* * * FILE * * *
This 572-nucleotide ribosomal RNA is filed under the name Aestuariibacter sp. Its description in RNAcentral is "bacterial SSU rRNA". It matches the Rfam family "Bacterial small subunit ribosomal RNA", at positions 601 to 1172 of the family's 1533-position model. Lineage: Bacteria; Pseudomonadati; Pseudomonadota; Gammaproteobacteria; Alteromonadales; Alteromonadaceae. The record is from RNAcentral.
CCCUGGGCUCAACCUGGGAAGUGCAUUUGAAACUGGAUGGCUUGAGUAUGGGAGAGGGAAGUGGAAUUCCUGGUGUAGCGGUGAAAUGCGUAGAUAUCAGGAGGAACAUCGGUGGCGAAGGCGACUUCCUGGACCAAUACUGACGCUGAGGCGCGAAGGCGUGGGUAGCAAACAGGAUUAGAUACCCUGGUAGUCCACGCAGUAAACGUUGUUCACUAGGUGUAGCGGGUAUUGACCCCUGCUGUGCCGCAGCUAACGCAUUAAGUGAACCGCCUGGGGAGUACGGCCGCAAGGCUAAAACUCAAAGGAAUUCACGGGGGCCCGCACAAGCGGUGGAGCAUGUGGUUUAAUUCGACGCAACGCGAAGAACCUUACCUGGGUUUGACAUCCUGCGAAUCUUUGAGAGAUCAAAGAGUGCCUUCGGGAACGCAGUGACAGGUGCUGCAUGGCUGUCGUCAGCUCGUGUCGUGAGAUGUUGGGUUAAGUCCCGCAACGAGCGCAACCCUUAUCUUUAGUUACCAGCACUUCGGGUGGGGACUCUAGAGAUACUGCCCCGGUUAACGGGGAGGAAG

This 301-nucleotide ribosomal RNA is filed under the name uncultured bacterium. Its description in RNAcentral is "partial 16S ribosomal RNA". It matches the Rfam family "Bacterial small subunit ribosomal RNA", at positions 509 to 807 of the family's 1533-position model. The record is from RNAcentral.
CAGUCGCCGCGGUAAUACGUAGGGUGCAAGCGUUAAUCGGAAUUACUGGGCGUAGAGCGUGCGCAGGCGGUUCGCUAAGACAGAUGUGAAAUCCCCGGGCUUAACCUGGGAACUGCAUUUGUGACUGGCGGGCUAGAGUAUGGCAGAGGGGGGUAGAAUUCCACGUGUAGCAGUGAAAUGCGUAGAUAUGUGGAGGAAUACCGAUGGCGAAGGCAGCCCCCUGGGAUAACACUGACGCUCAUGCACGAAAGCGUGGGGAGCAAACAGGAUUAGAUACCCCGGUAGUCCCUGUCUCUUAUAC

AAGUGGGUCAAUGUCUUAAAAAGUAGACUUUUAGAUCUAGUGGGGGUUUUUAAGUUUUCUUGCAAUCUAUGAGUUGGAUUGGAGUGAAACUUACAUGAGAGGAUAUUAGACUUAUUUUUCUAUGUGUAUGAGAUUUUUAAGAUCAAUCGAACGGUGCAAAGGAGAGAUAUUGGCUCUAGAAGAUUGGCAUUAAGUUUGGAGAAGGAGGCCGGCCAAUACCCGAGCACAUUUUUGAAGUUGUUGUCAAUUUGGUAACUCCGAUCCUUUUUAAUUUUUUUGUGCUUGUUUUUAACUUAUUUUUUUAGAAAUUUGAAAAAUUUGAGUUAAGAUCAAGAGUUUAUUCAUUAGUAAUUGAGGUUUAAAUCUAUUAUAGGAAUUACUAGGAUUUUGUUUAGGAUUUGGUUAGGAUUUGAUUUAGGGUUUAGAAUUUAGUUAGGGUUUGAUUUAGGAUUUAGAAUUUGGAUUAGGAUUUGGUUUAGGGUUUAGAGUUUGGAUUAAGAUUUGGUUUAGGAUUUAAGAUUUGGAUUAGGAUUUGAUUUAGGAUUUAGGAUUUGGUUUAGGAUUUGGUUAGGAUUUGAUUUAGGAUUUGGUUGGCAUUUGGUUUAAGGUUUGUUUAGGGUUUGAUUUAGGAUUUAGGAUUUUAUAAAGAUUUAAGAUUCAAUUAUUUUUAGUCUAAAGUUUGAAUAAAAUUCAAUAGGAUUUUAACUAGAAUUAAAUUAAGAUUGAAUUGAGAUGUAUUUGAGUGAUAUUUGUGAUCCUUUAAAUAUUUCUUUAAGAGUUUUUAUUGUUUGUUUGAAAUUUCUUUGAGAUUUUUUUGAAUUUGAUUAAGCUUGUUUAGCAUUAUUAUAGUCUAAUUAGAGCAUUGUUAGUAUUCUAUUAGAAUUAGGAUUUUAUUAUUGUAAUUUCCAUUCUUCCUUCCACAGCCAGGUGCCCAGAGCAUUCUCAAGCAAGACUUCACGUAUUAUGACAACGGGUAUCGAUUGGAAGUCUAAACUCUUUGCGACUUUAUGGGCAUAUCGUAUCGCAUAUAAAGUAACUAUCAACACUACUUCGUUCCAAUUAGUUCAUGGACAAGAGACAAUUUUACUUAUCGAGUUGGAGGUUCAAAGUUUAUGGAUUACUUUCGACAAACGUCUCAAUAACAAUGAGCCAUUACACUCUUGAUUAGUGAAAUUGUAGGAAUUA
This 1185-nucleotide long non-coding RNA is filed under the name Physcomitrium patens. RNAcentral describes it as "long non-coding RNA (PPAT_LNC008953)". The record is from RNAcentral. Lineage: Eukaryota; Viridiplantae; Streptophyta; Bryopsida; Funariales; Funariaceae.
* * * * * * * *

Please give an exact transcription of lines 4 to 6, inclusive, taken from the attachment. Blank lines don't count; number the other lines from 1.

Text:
CAGUCGCCGCGGUAAUACGUAGGGUGCAAGCGUUAAUCGGAAUUACUGGGCGUAGAGCGUGCGCAGGCGGUUCGCUAAGACAGAUGUGAAAUCCCCGGGCUUAACCUGGGAACUGCAUUUGUGACUGGCGGGCUAGAGUAUGGCAGAGGGGGGUAGAAUUCCACGUGUAGCAGUGAAAUGCGUAGAUAUGUGGAGGAAUACCGAUGGCGAAGGCAGCCCCCUGGGAUAACACUGACGCUCAUGCACGAAAGCGUGGGGAGCAAACAGGAUUAGAUACCCCGGUAGUCCCUGUCUCUUAUAC

AAGUGGGUCAAUGUCUUAAAAAGUAGACUUUUAGAUCUAGUGGGGGUUUUUAAGUUUUCUUGCAAUCUAUGAGUUGGAUUGGAGUGAAACUUACAUGAGAGGAUAUUAGACUUAUUUUUCUAUGUGUAUGAGAUUUUUAAGAUCAAUCGAACGGUGCAAAGGAGAGAUAUUGGCUCUAGAAGAUUGGCAUUAAGUUUGGAGAAGGAGGCCGGCCAAUACCCGAGCACAUUUUUGAAGUUGUUGUCAAUUUGGUAACUCCGAUCCUUUUUAAUUUUUUUGUGCUUGUUUUUAACUUAUUUUUUUAGAAAUUUGAAAAAUUUGAGUUAAGAUCAAGAGUUUAUUCAUUAGUAAUUGAGGUUUAAAUCUAUUAUAGGAAUUACUAGGAUUUUGUUUAGGAUUUGGUUAGGAUUUGAUUUAGGGUUUAGAAUUUAGUUAGGGUUUGAUUUAGGAUUUAGAAUUUGGAUUAGGAUUUGGUUUAGGGUUUAGAGUUUGGAUUAAGAUUUGGUUUAGGAUUUAAGAUUUGGAUUAGGAUUUGAUUUAGGAUUUAGGAUUUGGUUUAGGAUUUGGUUAGGAUUUGAUUUAGGAUUUGGUUGGCAUUUGGUUUAAGGUUUGUUUAGGGUUUGAUUUAGGAUUUAGGAUUUUAUAAAGAUUUAAGAUUCAAUUAUUUUUAGUCUAAAGUUUGAAUAAAAUUCAAUAGGAUUUUAACUAGAAUUAAAUUAAGAUUGAAUUGAGAUGUAUUUGAGUGAUAUUUGUGAUCCUUUAAAUAUUUCUUUAAGAGUUUUUAUUGUUUGUUUGAAAUUUCUUUGAGAUUUUUUUGAAUUUGAUUAAGCUUGUUUAGCAUUAUUAUAGUCUAAUUAGAGCAUUGUUAGUAUUCUAUUAGAAUUAGGAUUUUAUUAUUGUAAUUUCCAUUCUUCCUUCCACAGCCAGGUGCCCAGAGCAUUCUCAAGCAAGACUUCACGUAUUAUGACAACGGGUAUCGAUUGGAAGUCUAAACUCUUUGCGACUUUAUGGGCAUAUCGUAUCGCAUAUAAAGUAACUAUCAACACUACUUCGUUCCAAUUAGUUCAUGGACAAGAGACAAUUUUACUUAUCGAGUUGGAGGUUCAAAGUUUAUGGAUUACUUUCGACAAACGUCUCAAUAACAAUGAGCCAUUACACUCUUGAUUAGUGAAAUUGUAGGAAUUA
This 1185-nucleotide long non-coding RNA is filed under the name Physcomitrium patens. RNAcentral describes it as "long non-coding RNA (PPAT_LNC008953)". The record is from RNAcentral. Lineage: Eukaryota; Viridiplantae; Streptophyta; Bryopsida; Funariales; Funariaceae.